Science, on the other hand, is a human-made system dedicated to understanding Nature’s systems. As a human enterprise, it has its problems too, of course, but we’ve all benefitted more than we can imagine from the medicine and technology that Science has made possible. We may not have beaten the Law of Gravity, but we can work with it to fly around the world and send humans to the Moon.
The reason I was thinking about this is because my friend E. was telling me about the Elizabeth Holmes scandal. We’ll be hearing her name a lot in the news – she’s being tried in federal court for fraud.
Until recently, Elizabeth Holmes was a big deal in Silicon Valley. The youngest female billionaire, she was able to line up quite a few big-name investors for her start-up company, Theranos, which was developing a product to diagnose more than two hundred diseases from one drop of blood.
Medical testing is a huge industry, as anyone knows whose physician has ever noticed anything slightly outside the range of usual expectations. It’s time-consuming, costly, and very stressful. If we could skip past all that and learn everything with just a pinprick – what a dream!
But… it didn’t work. And when her ideas weren’t going to work, she didn’t listen. Earlier, she’d wanted to make a patch that would scan the person wearing it for infections and distribute antibiotics accordingly. A Stanford expert who told her it wouldn’t work reported that “she just stared through me,” seeming “absolutely confident in her own brilliance” and not willing to hear otherwise.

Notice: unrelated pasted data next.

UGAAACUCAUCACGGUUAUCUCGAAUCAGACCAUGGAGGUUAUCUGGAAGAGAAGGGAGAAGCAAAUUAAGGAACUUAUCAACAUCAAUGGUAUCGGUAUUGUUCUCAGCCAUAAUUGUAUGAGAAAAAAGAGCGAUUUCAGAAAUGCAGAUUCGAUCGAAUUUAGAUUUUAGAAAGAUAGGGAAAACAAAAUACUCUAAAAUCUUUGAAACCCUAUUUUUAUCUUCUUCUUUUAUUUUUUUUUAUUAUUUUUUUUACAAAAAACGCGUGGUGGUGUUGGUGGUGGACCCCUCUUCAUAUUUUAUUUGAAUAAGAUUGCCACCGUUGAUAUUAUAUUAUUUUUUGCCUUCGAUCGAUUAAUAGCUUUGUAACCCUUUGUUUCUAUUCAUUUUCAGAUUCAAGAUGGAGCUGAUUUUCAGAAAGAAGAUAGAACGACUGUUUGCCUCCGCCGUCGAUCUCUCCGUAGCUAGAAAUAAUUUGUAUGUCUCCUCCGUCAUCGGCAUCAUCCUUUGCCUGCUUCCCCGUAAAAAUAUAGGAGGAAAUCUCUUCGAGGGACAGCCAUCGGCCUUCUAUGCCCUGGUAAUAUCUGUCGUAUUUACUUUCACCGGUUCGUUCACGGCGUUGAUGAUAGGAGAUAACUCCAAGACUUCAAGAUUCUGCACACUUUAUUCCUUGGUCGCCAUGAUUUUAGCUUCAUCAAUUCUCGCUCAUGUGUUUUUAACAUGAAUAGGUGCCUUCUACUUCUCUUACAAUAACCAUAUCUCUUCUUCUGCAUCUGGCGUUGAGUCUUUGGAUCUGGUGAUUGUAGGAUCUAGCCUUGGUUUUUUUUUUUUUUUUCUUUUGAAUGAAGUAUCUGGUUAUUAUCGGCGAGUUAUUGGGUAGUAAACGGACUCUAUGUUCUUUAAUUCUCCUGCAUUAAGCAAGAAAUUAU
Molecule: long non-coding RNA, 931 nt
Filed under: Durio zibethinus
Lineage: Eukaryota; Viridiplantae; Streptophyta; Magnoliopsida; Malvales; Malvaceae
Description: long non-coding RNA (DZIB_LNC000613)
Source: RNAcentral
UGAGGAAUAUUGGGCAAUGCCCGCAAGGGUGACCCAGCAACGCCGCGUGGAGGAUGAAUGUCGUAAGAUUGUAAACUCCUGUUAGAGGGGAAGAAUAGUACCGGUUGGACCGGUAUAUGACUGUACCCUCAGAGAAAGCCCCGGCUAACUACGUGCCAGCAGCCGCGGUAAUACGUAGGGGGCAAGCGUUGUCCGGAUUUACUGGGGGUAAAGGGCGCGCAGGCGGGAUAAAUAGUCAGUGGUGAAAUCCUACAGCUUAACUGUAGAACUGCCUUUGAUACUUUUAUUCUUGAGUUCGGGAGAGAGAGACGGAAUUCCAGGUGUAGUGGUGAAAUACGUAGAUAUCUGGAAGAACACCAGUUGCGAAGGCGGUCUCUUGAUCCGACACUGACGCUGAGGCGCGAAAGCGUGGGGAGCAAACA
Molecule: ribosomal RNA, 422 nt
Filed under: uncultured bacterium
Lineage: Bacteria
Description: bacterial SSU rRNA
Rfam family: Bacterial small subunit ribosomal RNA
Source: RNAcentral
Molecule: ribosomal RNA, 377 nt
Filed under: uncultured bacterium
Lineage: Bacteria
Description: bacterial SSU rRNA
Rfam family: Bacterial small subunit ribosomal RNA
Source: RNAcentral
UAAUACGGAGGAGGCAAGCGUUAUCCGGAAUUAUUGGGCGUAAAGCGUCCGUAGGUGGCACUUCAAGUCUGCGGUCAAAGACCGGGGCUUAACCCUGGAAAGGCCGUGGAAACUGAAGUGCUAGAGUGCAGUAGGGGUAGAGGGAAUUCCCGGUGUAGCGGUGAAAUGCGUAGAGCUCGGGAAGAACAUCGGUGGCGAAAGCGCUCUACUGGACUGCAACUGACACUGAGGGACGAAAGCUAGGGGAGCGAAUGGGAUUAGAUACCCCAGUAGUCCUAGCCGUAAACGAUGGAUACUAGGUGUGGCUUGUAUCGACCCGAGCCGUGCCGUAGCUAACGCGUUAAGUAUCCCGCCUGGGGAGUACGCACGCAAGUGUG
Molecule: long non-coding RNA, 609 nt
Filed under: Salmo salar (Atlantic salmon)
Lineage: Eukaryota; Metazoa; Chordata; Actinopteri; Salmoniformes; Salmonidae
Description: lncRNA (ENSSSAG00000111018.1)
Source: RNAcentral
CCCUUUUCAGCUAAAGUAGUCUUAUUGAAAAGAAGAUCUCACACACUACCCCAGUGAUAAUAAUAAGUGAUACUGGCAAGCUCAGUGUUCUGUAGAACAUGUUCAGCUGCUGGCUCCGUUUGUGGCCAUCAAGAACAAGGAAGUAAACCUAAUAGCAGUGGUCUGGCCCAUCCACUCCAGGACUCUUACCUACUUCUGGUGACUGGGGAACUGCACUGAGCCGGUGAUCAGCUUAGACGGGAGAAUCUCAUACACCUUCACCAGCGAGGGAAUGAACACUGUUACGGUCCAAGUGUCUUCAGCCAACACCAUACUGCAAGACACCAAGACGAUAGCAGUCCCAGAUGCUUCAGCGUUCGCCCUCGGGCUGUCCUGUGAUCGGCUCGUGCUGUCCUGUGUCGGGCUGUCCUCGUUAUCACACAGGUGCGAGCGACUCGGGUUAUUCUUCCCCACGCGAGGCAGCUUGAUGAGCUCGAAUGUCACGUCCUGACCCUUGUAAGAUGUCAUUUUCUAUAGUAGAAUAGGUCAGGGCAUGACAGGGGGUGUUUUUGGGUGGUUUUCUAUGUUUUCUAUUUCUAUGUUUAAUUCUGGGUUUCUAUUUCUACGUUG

Any Theranos employee who questioned the feasibility of their supposed product? Fired. A Cambridge scholar whom she’d hired, initially assured by the presence of Henry Kissinger, George Shultz, and other big names on the Theranos board of directors, soon realized it was all smoke and mirrors and ended up committing suicide.
Maybe Holmes is a visionary. Maybe she’s a sociopath. Or both? We can’t get inside her head. But even the most generous interpretation of her behavior says that she believed that what she wanted to happen would happen, through the sheer force of her will.
If that’s true, then Holmes and Trump are both instances of trusting too much in their own selves and their own willpower but eventually running afoul of what’s actually possible.
This same kind of thinking is part of what’s going on with vaccine skepticism. Some people believe in themselves too much, imagining they can override the laws of Nature, and ignoring all the other facets of their lives where trusting the human systems of medicine and engineering is something they do every day. Or worse, they mistrust medicine because it’s a mainstream system (a reasonable if unfortunate stance for those whose people have been exploited or ignored by the system), but then maybe they turn around and do trust the supposed “inside knowledge” they get from random conspiracy types on the Internet, risking their health with weird and dangerous alternatives.
So – trusting the system. Should you do it? Captain Picard can trust his systems to “make it so.” Trump and perhaps Holmes trust themselves so much that they think they can ignore the systems… right up until they can’t. As for the rest of us, let us give thanks for the advances in science that have given us reliable vaccines against SARS-CoV-2. Our systems aren’t perfect, but they do make some good things possible.